It’s a case of what goes around comes around. Old-school vinyl records are making their way back into heavy rotation. Ed Pershey, director of special projects at the Western Reserve Historical Society, will speak about the original invention of sound recording at the Friends of the Library fall program “Original Groovy Man: Thomas Edison,” Thursday, Oct. 27 at the Hiram College Library.
“The very idea that one could capture and replay sound rests with his first phonograph. Try to imagine a world without music at your fingertips,” Pershey says of the connections between Edison’s invention and today’s musical culture.
Pershey plans to bring early sound recording to the program. He says that attendees can expect to hear compositions from more than 100 years ago and discover that many early musical pieces are sill so familiar. His decision to do this program stems from when he was the chief curator at Edison’s laboratory in West Orange, NJ, home of the original Edison phonograph.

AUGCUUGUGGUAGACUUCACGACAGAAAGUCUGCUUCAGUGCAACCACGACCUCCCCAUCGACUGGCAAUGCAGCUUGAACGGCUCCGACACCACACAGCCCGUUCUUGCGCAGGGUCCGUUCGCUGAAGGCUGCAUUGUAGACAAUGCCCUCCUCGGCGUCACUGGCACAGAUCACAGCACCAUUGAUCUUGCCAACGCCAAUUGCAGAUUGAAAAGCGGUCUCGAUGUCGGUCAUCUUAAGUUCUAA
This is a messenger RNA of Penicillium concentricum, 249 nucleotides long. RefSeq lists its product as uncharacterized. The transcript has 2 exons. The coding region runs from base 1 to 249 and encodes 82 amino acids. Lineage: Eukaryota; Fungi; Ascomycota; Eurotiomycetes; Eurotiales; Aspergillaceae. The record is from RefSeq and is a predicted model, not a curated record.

“When Edison first invented the phonograph, neither he nor anyone else quite knew what to use it for. Nobody in 1877 and 1878 needed to record sound,” Pershey notes of what he describes as a “wow factor” in the program.
Free and open to the public, the Friends of the Library fall program will begin at 7 p.m. in the Pritchard Room in the Hiram College Library, 11694 Hayden St, Hiram, OH 44234. For more information, contact David Everett at email@example.com or call 330.569.5353.